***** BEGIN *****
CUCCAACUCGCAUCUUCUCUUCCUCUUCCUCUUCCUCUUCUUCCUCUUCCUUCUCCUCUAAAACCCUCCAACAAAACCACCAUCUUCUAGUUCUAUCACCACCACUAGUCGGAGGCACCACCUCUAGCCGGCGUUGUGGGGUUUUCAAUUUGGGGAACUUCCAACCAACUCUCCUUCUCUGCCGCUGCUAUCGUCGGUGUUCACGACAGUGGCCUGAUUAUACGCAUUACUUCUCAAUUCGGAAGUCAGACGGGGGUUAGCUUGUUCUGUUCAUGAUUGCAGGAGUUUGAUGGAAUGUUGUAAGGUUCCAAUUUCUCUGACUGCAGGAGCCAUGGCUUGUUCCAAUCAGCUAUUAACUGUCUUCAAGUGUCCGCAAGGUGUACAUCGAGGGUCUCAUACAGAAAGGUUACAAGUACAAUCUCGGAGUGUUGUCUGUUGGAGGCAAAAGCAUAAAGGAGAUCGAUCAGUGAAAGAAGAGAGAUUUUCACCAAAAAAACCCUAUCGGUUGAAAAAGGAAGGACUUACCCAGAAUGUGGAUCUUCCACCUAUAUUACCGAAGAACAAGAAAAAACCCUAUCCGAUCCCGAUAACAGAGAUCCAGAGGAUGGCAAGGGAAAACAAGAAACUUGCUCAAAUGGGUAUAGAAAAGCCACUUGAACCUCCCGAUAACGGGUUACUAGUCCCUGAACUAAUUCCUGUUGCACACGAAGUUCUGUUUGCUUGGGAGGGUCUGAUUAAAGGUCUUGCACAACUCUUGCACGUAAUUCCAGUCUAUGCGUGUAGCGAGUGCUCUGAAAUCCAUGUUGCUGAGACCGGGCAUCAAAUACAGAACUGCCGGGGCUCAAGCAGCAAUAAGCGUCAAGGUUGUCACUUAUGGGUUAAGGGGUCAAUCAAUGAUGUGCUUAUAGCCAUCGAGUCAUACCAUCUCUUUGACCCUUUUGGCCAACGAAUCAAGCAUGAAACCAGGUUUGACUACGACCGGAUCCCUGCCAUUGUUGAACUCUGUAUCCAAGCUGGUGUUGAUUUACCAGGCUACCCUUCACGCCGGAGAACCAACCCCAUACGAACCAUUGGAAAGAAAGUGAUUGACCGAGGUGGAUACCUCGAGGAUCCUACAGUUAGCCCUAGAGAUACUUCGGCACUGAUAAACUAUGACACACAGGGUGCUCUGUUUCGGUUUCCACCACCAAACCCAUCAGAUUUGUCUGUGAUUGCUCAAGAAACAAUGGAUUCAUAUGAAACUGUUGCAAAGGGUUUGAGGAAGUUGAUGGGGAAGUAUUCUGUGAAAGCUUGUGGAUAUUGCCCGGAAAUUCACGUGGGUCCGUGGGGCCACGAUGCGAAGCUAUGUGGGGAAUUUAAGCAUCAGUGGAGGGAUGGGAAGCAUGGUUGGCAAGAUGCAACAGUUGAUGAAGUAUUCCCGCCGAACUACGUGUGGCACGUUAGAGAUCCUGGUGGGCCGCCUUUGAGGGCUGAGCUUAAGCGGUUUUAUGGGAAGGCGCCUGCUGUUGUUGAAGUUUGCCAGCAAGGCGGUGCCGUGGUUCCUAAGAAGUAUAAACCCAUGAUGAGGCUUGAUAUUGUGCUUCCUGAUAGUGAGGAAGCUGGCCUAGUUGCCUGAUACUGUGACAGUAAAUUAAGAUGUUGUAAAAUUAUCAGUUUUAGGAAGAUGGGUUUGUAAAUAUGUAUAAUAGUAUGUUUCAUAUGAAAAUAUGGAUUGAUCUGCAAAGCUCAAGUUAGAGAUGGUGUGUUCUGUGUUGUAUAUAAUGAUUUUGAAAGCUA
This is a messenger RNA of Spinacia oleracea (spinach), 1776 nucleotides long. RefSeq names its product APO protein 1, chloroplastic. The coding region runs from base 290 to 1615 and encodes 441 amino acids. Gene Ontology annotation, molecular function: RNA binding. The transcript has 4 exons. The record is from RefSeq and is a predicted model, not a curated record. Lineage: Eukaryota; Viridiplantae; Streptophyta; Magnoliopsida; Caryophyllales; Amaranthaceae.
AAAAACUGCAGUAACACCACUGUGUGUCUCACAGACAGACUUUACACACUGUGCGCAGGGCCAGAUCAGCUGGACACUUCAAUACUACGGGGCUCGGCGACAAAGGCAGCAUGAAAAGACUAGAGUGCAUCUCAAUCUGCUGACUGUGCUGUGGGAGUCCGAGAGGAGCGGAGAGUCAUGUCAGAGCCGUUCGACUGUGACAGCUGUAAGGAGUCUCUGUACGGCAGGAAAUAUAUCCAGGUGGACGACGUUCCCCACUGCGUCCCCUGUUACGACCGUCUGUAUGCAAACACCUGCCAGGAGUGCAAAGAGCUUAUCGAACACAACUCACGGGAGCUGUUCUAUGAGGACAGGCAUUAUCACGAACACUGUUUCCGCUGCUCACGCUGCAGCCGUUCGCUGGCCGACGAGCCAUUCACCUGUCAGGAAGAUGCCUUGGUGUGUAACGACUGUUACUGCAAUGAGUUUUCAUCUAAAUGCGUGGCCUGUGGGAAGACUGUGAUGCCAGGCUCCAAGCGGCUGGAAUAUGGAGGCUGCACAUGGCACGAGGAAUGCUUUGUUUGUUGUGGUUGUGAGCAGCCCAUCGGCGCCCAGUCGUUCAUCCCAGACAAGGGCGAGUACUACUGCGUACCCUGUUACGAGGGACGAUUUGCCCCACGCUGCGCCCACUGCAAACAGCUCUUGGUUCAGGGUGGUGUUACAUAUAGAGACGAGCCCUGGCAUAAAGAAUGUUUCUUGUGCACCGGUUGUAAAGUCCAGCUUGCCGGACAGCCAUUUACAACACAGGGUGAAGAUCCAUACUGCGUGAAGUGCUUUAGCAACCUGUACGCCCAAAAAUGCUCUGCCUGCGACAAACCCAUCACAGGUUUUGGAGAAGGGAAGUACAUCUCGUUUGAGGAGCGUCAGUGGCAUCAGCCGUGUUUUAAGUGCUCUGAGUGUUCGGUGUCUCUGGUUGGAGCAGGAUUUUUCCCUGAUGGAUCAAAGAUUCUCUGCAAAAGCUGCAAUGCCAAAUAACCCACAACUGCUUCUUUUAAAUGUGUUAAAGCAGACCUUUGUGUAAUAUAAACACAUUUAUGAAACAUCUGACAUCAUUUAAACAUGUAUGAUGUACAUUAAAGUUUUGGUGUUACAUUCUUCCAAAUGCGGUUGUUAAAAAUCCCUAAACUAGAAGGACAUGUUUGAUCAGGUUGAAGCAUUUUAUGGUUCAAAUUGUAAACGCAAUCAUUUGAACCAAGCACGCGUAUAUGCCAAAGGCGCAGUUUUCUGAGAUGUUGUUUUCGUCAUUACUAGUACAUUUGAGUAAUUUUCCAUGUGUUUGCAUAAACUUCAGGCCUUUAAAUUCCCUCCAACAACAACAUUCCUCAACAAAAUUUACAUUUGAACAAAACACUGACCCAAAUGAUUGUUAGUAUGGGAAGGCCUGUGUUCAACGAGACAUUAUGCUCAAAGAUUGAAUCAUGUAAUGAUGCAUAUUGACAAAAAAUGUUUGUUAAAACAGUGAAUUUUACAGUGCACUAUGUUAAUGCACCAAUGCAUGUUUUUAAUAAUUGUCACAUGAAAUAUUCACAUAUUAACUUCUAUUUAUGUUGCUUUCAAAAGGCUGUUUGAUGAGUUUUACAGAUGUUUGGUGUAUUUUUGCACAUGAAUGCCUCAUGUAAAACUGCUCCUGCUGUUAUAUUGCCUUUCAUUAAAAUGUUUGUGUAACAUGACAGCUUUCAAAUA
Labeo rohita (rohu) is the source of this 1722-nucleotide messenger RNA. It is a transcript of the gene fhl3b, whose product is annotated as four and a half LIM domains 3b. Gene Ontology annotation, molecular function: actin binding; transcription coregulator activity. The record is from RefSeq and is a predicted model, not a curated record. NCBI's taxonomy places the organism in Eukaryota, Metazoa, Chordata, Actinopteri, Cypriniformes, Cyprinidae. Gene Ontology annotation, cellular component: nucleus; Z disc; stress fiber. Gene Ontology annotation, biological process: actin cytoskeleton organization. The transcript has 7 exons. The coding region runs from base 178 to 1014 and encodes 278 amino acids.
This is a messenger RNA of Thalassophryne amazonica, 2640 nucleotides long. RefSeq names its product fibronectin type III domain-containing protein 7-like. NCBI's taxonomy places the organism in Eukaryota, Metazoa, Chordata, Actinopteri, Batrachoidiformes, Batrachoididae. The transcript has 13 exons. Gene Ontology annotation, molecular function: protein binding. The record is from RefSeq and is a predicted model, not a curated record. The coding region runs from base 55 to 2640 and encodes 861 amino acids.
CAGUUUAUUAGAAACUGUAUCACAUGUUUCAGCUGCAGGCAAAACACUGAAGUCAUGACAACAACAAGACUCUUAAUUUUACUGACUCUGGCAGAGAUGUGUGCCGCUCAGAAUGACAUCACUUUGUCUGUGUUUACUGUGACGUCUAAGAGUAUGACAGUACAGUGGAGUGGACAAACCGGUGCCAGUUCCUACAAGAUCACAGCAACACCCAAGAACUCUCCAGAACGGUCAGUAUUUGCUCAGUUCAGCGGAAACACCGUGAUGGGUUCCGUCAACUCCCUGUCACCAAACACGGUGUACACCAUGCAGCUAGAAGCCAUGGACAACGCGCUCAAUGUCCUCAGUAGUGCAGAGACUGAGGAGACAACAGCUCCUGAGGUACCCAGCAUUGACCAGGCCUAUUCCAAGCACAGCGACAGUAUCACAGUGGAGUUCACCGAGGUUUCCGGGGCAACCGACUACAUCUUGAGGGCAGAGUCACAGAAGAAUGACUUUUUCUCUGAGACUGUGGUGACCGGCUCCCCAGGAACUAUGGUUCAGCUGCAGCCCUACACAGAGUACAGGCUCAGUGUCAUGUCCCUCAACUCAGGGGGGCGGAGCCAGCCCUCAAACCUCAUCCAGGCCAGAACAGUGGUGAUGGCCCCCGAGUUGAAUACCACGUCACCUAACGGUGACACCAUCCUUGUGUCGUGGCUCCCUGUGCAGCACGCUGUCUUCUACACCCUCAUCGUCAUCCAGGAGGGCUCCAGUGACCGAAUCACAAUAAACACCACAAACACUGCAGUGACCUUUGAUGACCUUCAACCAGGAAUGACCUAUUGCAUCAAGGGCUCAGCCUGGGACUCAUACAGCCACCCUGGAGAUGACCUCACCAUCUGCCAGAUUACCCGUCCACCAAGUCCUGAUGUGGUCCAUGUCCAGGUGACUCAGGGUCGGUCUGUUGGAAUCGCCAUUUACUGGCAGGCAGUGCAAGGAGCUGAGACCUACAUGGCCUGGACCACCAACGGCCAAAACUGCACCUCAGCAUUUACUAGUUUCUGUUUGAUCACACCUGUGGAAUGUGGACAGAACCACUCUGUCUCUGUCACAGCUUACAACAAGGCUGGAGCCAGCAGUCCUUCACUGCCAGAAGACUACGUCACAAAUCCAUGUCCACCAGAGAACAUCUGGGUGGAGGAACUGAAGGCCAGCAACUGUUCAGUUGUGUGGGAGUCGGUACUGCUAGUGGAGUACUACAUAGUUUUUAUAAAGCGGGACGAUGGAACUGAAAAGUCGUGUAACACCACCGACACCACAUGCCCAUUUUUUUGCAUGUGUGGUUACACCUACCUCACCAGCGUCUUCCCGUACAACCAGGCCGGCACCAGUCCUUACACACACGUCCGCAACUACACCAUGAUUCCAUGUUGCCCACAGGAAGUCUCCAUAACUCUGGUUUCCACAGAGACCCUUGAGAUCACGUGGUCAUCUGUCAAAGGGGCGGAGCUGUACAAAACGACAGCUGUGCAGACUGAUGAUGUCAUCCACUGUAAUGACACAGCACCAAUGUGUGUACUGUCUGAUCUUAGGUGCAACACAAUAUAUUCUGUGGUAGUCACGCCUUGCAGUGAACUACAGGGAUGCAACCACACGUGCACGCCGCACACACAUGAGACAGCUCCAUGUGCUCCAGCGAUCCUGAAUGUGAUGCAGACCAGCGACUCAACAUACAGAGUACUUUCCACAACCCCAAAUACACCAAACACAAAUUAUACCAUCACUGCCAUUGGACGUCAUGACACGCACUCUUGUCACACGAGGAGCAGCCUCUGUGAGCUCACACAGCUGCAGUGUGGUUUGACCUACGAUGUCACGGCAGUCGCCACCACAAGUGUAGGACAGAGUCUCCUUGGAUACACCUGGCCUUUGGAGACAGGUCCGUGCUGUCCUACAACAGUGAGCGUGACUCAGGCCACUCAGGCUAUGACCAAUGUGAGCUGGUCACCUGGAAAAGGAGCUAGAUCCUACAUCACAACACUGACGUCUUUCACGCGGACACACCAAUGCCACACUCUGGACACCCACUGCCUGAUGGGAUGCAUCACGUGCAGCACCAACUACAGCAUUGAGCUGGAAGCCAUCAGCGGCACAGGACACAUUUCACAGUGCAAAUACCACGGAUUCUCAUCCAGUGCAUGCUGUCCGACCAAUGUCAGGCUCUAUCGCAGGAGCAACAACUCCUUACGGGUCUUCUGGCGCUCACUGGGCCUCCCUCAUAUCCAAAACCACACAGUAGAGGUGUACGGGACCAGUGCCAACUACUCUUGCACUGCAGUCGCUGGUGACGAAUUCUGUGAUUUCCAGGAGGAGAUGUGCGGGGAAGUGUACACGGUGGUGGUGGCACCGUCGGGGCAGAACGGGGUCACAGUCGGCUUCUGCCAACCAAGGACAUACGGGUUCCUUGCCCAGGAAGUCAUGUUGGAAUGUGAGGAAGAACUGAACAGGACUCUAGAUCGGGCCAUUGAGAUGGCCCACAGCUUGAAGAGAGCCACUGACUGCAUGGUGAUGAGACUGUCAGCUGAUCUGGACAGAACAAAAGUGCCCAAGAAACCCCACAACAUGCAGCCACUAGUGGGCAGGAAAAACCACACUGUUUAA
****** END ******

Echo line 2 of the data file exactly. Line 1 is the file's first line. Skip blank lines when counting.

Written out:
This is a messenger RNA of Spinacia oleracea (spinach), 1776 nucleotides long. RefSeq names its product APO protein 1, chloroplastic. The coding region runs from base 290 to 1615 and encodes 441 amino acids. Gene Ontology annotation, molecular function: RNA binding. The transcript has 4 exons. The record is from RefSeq and is a predicted model, not a curated record. Lineage: Eukaryota; Viridiplantae; Streptophyta; Magnoliopsida; Caryophyllales; Amaranthaceae.